Tuesday, March 06, 2018

TV Tuesday: 11/22/63

I couldn't wait to tell you about 11/22/63 - we LOVED this show!! Both my husband and I loved reading the novel by Stephen King, about a man who time travels back to 1960 in an effort to stop JFK's assassination (yes, King write more than just horror). We couldn't wait to watch the TV miniseries...but it was on Hulu, which we don't have. So, I gave my husband the DVDs for Christmas, and we took advantage of the hiatus of our favorite shows during the Olympics to watch it. Wow. This immersive, suspenseful historical drama was well worth waiting for. It's definitely one of my favorite TV shows.

James Franco plays Jake Epping, a high school English teacher going through a heart-rending divorce in a small town in Maine (naturally - it's a Stephen King story). He eats every day at his favorite local diner, marvels at the cheap burgers, and becomes friendly with the owner, Al, played by Chris Cooper. One day, visibly unwell, Al asks him to stay after he closes up for the night and shares a terrible secret with him: Al is dying of cancer and needs Jake to finish an uncompleted mission for him. He shows Jake a weird time fissure in the back of his closet, where Jake sees for himself that walking through it brings him to that same spot in 1960. Al has devoted the past years, since he discovered this time rift, to figuring out how to stop JFK's assassination. He's done a lot of research and figures out that things in the modern world started going downhill after that event. He wants Jake to complete his mission for him - go back to 1960, travel to Texas, find out if Lee Harvey Oswald was acting alone in killing JFK, and if so, stop him. After some convincing and Al's death, Jake takes on the mission, with a stop-off in 1960 Kentucky to fix another more personal horrific event from the past first.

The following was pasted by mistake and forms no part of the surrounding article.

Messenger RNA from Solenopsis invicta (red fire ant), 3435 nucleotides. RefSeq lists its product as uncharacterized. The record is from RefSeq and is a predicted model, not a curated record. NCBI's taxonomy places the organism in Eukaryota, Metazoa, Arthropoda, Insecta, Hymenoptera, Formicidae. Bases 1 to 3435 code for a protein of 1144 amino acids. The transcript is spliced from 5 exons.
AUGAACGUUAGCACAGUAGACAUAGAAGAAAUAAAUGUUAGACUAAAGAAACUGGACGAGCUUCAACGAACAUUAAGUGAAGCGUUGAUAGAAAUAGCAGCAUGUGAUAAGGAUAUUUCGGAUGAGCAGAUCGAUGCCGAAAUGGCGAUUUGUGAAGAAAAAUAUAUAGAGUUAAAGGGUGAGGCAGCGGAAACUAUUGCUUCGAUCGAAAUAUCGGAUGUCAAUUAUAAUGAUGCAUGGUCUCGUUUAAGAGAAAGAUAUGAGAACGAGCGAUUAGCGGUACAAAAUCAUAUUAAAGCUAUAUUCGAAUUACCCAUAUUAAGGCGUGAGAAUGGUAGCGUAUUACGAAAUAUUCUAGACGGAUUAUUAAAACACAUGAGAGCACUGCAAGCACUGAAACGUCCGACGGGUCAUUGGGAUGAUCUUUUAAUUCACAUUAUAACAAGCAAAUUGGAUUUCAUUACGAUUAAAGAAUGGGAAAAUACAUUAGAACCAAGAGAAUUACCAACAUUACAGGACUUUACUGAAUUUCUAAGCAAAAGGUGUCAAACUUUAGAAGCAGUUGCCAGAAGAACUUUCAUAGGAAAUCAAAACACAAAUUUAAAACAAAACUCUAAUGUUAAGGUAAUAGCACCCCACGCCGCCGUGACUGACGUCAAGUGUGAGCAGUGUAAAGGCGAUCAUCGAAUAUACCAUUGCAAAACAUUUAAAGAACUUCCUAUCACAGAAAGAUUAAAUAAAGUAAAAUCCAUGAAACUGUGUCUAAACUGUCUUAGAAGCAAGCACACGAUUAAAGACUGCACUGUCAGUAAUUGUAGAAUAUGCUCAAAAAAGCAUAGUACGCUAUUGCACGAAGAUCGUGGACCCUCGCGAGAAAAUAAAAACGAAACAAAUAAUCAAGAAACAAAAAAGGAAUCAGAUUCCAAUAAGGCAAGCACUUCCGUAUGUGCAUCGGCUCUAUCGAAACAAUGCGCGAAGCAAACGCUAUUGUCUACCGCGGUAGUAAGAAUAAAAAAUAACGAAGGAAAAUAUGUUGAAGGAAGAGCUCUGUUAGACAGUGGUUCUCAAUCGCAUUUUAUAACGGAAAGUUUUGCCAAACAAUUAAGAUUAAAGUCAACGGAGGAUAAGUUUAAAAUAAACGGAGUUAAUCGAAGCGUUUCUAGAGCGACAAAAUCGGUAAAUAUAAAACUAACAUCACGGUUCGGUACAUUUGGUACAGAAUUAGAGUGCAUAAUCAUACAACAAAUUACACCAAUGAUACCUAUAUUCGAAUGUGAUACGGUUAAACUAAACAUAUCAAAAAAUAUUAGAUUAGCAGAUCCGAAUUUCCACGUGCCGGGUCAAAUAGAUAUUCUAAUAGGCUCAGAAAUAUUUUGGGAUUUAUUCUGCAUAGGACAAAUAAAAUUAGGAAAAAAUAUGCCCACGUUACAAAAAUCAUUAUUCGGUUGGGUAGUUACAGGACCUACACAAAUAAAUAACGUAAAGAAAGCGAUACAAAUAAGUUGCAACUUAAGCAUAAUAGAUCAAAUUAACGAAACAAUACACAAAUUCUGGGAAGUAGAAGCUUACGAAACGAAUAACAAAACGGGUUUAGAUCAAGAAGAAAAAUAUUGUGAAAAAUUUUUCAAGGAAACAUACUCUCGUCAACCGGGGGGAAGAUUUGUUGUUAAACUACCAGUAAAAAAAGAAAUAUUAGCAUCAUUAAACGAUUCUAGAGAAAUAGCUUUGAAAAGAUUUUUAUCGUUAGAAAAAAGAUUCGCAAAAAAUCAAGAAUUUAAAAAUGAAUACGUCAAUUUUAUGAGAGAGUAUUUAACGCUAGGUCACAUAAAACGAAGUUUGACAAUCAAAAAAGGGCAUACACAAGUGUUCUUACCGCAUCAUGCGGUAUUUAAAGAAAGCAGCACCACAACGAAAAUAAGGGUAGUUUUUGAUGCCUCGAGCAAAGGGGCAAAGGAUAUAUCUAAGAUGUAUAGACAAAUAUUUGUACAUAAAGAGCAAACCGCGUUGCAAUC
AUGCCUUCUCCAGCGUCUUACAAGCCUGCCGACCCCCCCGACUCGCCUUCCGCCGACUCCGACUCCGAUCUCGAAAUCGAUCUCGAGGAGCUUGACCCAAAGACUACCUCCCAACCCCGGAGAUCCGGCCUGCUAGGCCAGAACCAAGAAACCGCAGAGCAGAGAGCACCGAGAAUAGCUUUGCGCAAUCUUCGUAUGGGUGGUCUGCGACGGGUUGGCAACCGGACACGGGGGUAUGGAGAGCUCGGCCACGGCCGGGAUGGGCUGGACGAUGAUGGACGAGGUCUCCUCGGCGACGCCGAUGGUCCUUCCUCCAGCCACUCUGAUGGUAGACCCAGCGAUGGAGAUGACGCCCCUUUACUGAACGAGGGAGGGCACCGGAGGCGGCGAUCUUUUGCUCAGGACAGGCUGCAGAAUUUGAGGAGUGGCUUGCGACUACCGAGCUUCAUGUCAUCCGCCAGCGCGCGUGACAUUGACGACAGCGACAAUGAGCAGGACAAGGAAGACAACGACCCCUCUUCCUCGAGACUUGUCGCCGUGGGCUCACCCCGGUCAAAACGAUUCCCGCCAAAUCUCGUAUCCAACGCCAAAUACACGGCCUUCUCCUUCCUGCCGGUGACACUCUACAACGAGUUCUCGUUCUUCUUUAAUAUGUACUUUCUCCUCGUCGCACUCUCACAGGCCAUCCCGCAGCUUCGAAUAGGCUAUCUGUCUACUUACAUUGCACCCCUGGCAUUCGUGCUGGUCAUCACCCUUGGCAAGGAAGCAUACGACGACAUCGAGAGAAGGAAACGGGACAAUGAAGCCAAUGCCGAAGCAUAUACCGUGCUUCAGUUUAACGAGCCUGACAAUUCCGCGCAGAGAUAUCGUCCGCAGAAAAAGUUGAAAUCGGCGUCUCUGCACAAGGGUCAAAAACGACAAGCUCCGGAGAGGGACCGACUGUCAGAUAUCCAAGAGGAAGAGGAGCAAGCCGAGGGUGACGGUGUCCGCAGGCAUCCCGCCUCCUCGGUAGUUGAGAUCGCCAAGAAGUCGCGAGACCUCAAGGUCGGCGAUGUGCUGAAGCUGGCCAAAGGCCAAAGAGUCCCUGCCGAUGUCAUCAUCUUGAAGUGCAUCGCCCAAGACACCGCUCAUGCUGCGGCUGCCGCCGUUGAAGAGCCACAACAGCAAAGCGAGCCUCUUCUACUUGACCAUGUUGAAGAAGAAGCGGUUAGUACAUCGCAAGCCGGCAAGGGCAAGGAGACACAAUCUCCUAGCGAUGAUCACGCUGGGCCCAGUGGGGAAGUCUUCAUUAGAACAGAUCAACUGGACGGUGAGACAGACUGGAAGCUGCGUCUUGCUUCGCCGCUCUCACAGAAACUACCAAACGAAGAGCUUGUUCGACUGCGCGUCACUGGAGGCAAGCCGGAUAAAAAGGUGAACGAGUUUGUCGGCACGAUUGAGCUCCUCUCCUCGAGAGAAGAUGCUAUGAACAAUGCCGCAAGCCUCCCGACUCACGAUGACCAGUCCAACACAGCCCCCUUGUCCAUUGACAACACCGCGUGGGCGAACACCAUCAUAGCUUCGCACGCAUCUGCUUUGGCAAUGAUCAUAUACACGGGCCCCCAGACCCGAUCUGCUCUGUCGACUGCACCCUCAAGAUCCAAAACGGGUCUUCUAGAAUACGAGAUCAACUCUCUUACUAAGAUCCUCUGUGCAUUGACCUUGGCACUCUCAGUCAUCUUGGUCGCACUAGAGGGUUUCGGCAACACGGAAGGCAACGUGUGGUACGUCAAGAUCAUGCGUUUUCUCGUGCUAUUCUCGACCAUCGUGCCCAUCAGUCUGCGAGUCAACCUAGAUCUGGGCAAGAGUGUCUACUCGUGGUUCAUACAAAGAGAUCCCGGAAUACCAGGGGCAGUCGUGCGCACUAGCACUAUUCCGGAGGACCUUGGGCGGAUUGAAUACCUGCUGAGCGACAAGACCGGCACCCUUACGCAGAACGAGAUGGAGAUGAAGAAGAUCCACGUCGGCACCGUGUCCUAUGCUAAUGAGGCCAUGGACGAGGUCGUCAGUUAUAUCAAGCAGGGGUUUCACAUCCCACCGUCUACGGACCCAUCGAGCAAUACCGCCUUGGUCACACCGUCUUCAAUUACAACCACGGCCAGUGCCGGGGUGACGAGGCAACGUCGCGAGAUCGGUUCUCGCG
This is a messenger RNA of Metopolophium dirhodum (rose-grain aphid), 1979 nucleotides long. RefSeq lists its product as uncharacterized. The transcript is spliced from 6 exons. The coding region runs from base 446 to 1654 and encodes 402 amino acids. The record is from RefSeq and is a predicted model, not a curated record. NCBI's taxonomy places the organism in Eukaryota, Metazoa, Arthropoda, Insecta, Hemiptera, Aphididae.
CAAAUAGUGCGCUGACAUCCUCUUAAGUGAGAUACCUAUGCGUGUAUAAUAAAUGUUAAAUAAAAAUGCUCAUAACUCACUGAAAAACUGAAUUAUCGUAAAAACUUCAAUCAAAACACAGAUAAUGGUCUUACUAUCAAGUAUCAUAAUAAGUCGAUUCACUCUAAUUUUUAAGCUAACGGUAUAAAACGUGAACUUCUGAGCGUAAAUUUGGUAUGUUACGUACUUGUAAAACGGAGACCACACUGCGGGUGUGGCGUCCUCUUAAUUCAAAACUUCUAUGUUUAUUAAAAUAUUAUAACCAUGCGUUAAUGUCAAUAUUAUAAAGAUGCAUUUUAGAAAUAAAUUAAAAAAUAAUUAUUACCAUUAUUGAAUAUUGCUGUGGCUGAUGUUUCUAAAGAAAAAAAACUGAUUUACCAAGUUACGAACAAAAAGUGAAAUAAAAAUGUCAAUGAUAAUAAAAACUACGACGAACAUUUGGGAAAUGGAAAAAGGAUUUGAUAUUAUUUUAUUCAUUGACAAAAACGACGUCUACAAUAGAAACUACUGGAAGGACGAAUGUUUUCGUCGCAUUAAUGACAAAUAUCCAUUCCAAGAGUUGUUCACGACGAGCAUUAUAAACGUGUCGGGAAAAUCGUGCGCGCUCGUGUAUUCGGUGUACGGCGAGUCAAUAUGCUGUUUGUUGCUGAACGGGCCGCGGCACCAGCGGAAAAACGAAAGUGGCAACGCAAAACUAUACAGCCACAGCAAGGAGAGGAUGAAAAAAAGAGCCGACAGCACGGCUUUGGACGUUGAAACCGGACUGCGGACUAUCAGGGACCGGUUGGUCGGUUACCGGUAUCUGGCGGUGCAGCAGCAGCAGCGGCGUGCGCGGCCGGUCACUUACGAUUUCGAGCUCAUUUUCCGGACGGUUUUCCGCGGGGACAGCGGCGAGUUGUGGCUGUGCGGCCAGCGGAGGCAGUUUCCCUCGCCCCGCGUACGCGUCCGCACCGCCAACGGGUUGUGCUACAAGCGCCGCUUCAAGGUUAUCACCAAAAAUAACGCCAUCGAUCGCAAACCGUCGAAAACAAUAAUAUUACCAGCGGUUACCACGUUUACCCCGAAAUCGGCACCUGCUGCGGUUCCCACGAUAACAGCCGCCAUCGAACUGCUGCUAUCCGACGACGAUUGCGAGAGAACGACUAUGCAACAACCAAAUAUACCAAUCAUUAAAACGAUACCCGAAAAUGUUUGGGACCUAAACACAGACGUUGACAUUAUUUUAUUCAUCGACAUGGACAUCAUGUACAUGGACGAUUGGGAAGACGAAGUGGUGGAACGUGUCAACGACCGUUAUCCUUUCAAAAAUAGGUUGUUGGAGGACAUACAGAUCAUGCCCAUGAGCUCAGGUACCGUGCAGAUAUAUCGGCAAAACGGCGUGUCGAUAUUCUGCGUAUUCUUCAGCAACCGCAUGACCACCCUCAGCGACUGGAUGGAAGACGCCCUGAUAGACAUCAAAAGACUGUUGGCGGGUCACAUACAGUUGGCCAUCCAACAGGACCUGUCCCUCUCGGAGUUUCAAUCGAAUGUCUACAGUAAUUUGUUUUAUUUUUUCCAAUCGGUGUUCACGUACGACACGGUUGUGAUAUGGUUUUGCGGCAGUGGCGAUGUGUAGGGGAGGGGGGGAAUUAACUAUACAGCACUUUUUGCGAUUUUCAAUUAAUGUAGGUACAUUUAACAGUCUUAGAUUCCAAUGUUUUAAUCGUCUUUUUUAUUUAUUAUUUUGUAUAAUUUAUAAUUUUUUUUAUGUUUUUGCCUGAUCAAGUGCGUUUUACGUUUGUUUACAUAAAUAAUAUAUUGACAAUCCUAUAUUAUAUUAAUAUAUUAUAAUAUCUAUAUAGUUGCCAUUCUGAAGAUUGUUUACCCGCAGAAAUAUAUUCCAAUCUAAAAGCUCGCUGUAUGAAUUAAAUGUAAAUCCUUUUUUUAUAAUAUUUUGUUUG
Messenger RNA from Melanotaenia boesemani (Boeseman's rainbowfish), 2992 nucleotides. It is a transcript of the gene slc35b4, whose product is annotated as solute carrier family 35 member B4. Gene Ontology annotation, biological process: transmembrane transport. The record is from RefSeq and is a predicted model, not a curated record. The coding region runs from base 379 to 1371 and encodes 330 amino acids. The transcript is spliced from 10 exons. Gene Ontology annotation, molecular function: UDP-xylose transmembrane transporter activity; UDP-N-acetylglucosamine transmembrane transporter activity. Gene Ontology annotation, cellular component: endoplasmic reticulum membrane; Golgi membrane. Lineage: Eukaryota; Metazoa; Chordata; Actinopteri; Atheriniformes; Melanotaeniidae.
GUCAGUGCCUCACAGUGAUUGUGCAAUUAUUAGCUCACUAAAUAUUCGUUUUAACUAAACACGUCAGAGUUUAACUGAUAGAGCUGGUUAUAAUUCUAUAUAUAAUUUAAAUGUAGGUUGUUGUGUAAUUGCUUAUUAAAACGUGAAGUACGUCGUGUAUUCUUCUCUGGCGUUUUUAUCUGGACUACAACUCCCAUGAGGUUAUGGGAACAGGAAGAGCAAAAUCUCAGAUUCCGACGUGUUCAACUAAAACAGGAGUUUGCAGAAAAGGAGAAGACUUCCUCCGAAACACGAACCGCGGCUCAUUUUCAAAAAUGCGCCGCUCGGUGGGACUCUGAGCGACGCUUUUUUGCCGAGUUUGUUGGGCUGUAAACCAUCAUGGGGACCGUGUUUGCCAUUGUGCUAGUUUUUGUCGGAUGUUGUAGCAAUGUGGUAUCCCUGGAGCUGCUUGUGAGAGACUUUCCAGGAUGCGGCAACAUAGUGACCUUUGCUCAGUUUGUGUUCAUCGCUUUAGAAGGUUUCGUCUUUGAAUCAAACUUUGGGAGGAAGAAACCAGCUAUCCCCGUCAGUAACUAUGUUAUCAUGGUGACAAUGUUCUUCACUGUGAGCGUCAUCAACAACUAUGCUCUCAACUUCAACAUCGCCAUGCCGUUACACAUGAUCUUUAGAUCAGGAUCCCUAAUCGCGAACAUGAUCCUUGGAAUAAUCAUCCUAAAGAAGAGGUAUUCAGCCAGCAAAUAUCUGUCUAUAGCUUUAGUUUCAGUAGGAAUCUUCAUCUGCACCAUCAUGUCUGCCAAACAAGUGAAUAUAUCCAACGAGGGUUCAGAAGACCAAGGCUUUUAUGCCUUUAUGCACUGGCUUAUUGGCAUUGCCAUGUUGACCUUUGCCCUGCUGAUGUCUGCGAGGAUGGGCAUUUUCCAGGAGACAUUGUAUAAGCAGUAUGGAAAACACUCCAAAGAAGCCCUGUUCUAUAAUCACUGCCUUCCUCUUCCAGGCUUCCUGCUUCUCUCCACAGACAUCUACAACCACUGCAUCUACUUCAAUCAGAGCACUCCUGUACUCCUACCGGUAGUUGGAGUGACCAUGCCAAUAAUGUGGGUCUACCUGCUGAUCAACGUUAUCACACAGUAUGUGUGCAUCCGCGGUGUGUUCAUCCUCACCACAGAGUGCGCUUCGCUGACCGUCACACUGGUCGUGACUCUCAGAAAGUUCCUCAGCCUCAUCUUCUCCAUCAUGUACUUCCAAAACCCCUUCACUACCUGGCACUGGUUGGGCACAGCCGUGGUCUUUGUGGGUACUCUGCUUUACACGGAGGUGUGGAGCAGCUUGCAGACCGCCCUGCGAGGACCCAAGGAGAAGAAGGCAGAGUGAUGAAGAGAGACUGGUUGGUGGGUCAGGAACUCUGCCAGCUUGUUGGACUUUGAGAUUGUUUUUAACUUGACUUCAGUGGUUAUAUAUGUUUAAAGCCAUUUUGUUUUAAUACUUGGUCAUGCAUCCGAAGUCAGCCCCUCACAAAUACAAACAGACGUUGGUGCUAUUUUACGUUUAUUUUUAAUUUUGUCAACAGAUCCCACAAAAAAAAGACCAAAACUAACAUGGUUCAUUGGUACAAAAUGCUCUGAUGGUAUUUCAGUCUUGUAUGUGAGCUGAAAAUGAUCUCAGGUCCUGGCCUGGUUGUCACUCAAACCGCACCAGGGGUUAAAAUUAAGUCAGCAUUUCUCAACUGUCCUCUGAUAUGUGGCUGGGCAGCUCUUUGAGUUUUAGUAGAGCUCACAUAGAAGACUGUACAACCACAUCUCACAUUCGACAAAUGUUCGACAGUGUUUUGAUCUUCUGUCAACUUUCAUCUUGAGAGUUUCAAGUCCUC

We were completely engrossed in this mini-series and binged it over a week's time. It's a movie-quality show that perfectly recreates the 1960's, down to every last detail (in fact, a "making of" extra on the DVD explains how they did some of that). The plot - tracking down Oswald, watching him, and trying to figure out if he was acting alone - is riveting and suspenseful, but the scenes of ordinary life are just as engaging. Since he has to stay in the 1960's for three years, Jake has to establish an identity and a cover, so he finds a job teaching English in a small-town Texas high school, where he meets a lovely school librarian named Sadie, played by Sarah Gadon, who significantly complicates his mission. The entire show is so immersive and the writing and acting so good that you forget you are watching James Franco and come to see him as Jake. I also found myself constantly thinking about the show in between episodes and for days after we finished it. I always find time travel plots fascinating for that reason - the convoluted cause-and-effect - plus King's assertion (as with many time travel stories before it) that time resists being changed. It all makes for a gripping, engrossing TV mini series that is well worth your time.

King's novel was outstanding, and this TV series brings it to life perfectly. If you are a King fan, watch for small winks to his other stories interspersed throughout the show!
11/22/63 is a Hulu original, so it is available for streaming free on Hulu, but it is also available on DVD, for purchase or through your local library system. You can also stream it on Amazon for $1.99 an episode or $14.99 for the entire season.



    

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